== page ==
Highway 401 reopens near Lansdowne; cleanup continues

A tractor trailer exits Highway 401 near Mallorytown, Ont. Wednesday, March 15, 2017 after a section of the highway was closed for a series of chain-reaction crashes and a chemical spill on Tuesday. The highway reopened late Wednesday night. (Newswatch Group/Bill Kingston)

LANSDOWNE – A section of Highway 401 between Lansdowne and Mallorytown reopened in both directions late Wednesday night after a series of chain-reaction crashes the day before.

The O.P.P. said there were two crashes on Tuesday afternoon around 2 p.m. — the first involving five trucks and a car near the Highway 137 exit and the second involving seven trucks and three vehicles about a kilometer away.

There were other chain-reaction crashes that resulted from the two major ones, police said.

The primary crash took the life of a trucker, now identified by O.P.P. as Ian Melville, 45, of Hamilton, Ont. He succumbed to his injuries in hospital.

A truck also sprung a chemical leak in the crash, producing highly toxic hydrofluoric acid. Eighteen people – roughly half of them first responders – had to be treated for exposure.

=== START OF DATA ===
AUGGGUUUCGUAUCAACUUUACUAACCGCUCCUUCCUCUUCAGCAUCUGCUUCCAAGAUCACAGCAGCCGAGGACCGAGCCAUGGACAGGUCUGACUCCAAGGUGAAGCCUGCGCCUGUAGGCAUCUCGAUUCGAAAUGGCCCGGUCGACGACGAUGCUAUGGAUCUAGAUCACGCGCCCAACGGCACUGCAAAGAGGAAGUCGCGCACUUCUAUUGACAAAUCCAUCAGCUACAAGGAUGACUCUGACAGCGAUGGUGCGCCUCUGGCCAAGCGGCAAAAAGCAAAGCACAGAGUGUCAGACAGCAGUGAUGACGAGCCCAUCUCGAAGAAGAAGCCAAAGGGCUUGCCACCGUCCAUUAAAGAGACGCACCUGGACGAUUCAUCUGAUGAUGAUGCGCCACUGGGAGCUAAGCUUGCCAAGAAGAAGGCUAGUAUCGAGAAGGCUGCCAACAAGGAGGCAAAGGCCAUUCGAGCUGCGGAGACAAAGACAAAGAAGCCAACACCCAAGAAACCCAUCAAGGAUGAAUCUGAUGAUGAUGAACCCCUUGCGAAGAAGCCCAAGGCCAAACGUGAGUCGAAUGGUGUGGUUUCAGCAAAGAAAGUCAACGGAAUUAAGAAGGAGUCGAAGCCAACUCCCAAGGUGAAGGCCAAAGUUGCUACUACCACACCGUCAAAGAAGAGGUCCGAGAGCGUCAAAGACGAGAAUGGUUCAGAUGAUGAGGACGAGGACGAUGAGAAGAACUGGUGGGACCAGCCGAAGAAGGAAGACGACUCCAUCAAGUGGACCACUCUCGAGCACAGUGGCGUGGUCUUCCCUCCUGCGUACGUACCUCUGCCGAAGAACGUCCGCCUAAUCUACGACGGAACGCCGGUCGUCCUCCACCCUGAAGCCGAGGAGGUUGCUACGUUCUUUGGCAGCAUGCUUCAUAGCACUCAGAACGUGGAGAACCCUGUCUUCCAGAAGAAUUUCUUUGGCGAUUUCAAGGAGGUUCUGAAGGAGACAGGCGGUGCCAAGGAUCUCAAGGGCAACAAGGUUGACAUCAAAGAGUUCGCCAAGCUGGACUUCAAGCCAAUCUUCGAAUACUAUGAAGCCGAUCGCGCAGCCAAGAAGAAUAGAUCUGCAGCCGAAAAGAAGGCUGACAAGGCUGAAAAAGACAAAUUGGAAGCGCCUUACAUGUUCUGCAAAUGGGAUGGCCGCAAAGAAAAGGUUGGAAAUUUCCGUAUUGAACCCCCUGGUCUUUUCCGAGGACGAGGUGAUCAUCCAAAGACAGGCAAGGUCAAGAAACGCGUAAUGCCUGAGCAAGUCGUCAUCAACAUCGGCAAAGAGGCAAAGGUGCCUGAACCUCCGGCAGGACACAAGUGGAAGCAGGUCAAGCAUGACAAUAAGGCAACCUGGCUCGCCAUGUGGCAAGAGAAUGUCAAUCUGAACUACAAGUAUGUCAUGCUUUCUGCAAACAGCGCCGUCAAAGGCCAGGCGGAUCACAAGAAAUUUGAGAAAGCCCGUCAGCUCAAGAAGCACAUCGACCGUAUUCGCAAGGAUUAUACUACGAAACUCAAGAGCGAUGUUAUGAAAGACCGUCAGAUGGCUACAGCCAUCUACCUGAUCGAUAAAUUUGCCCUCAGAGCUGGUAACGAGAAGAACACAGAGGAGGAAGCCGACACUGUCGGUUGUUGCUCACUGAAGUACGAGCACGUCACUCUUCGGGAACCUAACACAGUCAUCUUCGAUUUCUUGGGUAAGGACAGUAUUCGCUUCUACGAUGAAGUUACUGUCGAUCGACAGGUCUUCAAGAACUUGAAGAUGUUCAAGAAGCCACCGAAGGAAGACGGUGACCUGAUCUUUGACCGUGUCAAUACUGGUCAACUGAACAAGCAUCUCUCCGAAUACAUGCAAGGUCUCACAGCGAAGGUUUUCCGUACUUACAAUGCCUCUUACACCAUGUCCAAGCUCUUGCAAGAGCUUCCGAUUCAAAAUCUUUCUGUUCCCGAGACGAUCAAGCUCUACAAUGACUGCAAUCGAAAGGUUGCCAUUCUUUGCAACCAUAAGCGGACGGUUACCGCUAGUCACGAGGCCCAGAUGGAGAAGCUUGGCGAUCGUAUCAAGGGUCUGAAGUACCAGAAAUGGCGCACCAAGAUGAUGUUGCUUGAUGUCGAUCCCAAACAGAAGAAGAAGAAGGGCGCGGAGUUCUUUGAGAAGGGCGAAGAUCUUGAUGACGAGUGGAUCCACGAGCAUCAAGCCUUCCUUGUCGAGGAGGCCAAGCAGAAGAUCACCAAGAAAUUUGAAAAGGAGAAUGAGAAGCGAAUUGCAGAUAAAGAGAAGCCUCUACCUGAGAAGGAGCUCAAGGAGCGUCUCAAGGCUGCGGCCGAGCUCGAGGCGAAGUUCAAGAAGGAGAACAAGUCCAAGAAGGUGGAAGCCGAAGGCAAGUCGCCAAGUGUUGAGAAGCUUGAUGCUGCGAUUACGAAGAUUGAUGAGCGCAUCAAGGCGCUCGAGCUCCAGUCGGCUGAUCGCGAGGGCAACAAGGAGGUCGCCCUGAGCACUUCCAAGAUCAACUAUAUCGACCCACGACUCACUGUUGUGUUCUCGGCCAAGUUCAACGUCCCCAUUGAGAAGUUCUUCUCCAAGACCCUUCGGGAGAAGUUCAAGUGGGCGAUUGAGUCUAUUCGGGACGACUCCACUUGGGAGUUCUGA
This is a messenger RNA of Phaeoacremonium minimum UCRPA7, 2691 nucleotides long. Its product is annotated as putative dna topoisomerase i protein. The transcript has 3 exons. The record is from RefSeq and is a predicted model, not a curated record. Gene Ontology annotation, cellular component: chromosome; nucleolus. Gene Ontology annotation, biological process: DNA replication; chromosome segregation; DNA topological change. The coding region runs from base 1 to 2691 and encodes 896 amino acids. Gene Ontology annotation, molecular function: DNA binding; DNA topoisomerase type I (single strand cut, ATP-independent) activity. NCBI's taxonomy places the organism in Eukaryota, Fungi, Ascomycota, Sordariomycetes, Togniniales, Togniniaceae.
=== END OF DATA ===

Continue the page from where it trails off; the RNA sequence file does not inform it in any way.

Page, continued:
In all, approximately 28 people had to be treated for various injuries.

On Wednesday morning, traffic was still clogged at County Road 2 and County Road 5 near Mallorytown where scores of tractor trailers were being detoured. The wait for motorists at the exit was at least a half hour.

The Township of Leeds and the Thousand Islands indicated in a release that cleanup would still be ongoing in the days ahead. The scene has been transferred back to the O.P.P.

Some lanes closures may happen in the coming days, the township said in a statement.

In this Wednesday, March 15, 2017 from the O.P.P. East Region Twitter account, officials get ready to remove the last rig involved in a series of chain reaction pileups on Highway 401, which killed one person. (@OPP_ER/Twitter via Newswatch Group)

“Ministry of Environment and Climate Change (MOECC) was onsite at 4:30 a.m. (Wednesday) and can confirm that there is no air contamination resulting from the accident. Short-term decontamination is well underway and MOECC will have a long-term plan in place to mitigate any future risk to surface water and environment. This includes water quality testing in conjunction with the Cataraqui Region Conservation Authority,” the statement added.

TLTI Mayor Joe Baptista said they could not have handled the situation “without strong partners” through the Emergency Control Group. “We cannot thank them enough for their tireless efforts.”

As far as the crashes, a team from the O.P.P. Technical Traffic Collision Investigation Unit is still conducting an investigation.

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